One of the fastest ways to tell if someone has any idea of what they're talking about, NASCAR-wise, is if they wonder why everyone doesn't just turn everyone else on the way to the checkered flag. It'd be easy enough to do, wouldn't it? One little tap to the rear quarter panel, and you're on your way to a win, right?
Well, sure. It's easy to do, the same way it's easy to throw at Derek Jeter's head and put him on the DL for a month, the same way it's easy to chop at Peyton Manning's knee and wreck an entire team's season. Drivers don't spin other drivers because it's hard; drivers don't spin other drivers because there's a code of conduct, a code of honor. Winning by spinning is cheaper than winning by muscle and horsepower, cheaper by far.
That said, you can forgive Junior Nation for wanting a win, no matter how cheap, at the closing laps of last weekend's Martinsville race. Earnhardt discussed those closing laps at Texas, and it's clear that while he knows there's more he could have done, there's a line he wouldn't cross: spinning Harvick to get the win.
"I don't think that would have been the right thing to do, and I wouldn't want anybody to do that to me — just take me completely out of the race under any circumstances," he said. "I don't have a history of doing that ... I try to race respectful and I want the same in return. If it's near the end of the race, I expect to run hard and be aggressive and I expect the guys to race me hard and be aggressive. I think that's what went down this past weekend."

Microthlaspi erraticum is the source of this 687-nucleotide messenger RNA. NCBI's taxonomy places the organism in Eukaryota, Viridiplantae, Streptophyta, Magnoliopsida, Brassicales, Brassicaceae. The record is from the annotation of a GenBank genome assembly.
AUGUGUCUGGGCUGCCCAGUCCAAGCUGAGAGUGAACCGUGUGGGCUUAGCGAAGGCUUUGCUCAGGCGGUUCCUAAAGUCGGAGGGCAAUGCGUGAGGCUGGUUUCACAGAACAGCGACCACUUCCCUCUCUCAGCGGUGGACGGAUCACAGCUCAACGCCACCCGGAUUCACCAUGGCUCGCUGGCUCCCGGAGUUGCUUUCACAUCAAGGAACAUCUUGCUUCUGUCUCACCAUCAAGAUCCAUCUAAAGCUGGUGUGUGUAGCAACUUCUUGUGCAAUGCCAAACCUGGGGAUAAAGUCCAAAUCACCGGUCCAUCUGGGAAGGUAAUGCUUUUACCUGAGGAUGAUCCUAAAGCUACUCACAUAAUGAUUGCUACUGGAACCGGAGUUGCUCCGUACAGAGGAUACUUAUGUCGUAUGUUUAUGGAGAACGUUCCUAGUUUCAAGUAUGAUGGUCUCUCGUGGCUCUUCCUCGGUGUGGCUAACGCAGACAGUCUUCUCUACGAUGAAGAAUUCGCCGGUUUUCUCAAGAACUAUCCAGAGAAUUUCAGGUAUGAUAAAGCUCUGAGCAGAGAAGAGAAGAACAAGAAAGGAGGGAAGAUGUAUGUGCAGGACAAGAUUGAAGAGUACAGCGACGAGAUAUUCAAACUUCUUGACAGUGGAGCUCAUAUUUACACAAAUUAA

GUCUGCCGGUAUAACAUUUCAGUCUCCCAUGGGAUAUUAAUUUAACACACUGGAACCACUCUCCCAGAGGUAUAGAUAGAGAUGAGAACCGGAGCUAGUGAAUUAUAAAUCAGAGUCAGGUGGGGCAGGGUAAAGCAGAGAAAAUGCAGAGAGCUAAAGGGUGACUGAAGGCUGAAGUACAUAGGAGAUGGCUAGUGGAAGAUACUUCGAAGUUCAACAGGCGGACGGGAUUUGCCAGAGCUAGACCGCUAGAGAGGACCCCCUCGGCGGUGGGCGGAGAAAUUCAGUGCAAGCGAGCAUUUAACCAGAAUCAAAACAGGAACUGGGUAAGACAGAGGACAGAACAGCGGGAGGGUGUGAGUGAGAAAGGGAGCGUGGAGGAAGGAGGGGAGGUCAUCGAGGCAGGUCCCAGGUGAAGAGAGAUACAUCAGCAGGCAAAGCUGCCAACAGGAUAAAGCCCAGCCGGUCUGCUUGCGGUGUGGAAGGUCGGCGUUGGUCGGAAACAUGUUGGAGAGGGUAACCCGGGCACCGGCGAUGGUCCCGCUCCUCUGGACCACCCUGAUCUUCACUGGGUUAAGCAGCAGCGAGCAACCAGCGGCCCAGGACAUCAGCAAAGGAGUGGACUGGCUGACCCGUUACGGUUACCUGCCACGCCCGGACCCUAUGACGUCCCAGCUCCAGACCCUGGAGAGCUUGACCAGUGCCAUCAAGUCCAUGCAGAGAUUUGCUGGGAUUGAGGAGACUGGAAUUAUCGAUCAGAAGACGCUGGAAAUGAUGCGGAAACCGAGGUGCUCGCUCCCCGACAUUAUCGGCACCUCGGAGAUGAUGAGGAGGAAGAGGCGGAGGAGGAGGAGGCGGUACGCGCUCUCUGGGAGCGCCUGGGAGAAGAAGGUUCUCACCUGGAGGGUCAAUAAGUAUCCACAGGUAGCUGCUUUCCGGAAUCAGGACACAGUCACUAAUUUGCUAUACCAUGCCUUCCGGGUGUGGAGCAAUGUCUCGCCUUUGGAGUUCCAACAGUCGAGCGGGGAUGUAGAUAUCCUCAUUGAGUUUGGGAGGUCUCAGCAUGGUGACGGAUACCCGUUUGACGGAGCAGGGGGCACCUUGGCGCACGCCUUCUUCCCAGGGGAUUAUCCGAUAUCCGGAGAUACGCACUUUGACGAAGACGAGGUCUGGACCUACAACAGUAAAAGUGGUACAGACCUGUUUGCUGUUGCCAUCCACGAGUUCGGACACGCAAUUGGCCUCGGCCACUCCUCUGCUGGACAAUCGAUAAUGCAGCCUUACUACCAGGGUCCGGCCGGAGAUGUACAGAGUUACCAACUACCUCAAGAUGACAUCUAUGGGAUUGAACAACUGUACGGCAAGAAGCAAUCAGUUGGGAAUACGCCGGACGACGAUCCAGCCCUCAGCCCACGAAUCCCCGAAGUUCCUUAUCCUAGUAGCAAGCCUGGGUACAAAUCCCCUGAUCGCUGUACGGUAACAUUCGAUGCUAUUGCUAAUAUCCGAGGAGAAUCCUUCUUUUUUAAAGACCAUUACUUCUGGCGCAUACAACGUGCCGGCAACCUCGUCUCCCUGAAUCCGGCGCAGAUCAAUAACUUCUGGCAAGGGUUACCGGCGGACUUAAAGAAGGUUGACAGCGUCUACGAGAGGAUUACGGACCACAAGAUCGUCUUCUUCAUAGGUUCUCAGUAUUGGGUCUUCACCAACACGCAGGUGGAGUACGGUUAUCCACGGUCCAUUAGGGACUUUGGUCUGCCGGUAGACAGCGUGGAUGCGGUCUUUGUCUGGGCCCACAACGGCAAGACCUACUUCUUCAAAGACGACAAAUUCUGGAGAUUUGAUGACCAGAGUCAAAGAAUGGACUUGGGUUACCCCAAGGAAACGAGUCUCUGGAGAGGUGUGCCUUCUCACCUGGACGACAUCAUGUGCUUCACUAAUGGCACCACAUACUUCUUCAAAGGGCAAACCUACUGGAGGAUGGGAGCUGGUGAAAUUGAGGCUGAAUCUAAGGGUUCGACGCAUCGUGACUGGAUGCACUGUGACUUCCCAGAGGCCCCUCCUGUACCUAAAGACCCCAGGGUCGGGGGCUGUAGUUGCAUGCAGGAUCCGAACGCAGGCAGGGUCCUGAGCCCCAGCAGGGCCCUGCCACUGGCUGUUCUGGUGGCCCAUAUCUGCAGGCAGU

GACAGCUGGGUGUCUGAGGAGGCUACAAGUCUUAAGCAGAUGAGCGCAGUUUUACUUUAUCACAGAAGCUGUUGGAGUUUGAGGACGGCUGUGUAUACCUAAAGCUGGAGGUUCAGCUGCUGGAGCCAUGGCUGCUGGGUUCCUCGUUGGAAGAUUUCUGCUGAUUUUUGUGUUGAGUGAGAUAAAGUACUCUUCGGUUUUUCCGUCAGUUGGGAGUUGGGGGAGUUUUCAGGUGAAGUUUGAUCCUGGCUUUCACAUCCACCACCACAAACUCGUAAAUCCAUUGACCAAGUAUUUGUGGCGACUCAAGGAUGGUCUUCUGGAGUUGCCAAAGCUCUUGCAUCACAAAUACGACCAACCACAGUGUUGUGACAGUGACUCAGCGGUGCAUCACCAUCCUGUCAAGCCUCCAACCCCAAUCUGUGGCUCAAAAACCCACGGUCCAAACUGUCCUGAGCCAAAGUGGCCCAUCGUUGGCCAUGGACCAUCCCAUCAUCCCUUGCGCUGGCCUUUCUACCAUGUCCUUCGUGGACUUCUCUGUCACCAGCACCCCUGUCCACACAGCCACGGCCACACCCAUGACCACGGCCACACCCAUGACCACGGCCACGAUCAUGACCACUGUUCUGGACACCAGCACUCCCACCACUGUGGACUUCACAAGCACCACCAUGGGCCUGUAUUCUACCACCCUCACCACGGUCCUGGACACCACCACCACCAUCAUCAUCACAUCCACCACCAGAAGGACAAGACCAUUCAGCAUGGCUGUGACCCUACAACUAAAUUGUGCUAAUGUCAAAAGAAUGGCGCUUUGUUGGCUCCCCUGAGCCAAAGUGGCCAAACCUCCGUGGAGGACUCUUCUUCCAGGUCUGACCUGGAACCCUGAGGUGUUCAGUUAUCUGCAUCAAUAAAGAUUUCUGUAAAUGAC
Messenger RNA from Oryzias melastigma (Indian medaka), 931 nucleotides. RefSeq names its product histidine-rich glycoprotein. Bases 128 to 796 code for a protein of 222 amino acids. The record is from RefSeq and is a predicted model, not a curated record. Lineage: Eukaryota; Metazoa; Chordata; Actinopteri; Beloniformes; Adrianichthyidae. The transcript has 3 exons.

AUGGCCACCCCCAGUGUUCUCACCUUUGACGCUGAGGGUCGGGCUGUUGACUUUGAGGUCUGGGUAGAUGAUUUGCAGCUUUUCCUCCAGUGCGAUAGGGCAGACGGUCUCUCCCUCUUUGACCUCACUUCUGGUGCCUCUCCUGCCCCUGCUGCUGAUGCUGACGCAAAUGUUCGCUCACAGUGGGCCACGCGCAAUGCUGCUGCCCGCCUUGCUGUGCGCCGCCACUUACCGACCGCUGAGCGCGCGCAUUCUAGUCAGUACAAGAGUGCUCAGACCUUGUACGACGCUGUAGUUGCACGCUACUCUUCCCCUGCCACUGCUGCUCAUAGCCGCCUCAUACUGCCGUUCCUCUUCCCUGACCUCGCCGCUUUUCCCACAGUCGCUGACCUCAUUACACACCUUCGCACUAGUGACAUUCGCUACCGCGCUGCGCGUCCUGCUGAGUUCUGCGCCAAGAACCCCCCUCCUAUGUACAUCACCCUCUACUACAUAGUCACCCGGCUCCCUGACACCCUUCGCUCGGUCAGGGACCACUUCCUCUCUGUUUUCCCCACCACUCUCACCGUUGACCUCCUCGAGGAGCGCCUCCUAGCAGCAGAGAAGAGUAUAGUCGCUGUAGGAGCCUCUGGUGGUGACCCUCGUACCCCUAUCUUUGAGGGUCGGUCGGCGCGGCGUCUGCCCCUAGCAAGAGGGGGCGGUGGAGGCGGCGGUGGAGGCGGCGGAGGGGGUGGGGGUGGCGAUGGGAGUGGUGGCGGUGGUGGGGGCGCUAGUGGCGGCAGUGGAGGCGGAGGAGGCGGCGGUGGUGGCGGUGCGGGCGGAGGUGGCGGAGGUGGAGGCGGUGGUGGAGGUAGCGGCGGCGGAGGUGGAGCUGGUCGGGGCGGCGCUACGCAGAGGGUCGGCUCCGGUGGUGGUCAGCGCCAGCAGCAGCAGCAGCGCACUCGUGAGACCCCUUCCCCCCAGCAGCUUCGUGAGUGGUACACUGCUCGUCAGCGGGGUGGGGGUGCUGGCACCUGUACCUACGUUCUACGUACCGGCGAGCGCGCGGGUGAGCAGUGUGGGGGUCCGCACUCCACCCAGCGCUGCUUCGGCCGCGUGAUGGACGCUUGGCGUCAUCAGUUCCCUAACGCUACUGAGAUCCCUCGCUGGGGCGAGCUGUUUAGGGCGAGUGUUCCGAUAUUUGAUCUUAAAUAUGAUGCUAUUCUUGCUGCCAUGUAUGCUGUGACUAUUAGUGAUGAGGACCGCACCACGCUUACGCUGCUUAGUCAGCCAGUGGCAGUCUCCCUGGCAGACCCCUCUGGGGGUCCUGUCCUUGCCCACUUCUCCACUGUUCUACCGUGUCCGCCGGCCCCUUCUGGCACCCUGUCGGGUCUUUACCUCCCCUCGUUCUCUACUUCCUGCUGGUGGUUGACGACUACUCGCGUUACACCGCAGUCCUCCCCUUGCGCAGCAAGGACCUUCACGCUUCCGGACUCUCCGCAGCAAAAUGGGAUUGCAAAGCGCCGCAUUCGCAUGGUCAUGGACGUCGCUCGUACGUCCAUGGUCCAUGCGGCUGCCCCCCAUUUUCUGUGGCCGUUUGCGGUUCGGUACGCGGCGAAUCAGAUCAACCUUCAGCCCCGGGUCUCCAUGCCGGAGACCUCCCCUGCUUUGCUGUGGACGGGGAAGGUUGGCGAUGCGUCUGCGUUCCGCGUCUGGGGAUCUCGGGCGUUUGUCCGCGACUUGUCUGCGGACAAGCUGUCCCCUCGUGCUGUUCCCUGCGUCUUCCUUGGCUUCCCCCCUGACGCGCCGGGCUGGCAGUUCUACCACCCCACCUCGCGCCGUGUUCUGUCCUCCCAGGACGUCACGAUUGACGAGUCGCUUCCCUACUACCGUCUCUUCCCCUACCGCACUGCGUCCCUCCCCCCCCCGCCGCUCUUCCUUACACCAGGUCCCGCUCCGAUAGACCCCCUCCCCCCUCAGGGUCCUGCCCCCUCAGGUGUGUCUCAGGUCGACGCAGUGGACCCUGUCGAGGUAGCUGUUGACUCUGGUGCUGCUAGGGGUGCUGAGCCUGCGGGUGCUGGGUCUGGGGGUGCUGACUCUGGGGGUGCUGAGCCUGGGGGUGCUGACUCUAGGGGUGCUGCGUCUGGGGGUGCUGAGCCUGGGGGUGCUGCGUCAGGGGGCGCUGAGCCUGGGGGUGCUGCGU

There's also the simple fact that even if you do spin someone, you might not automatically get the win. In the most famous late-spin of recent years, Kyle Busch's turning of Earnhardt in Richmond, Clint Bowyer scooted past both of them to take the checkers.
And Earnhardt noted that even if he'd wanted to turn Harvick, it wasn't exactly the easiest maneuver: "I wanted to try to get into him, but he didn't have much of a bumper to get into," he said. "So when I ran into him, it was like a pillow fight. There wasn't much to it. He just drove off the nose of my car and went about his way." (Love the understatement there.)
So there you have it; Earnhardt got outrun, plain and simple. But now we turn it over to you. Is there ever a case where turning a guy is fair game? Should Earnhardt have put the chrome horn to Harvick? Your take. Fire away.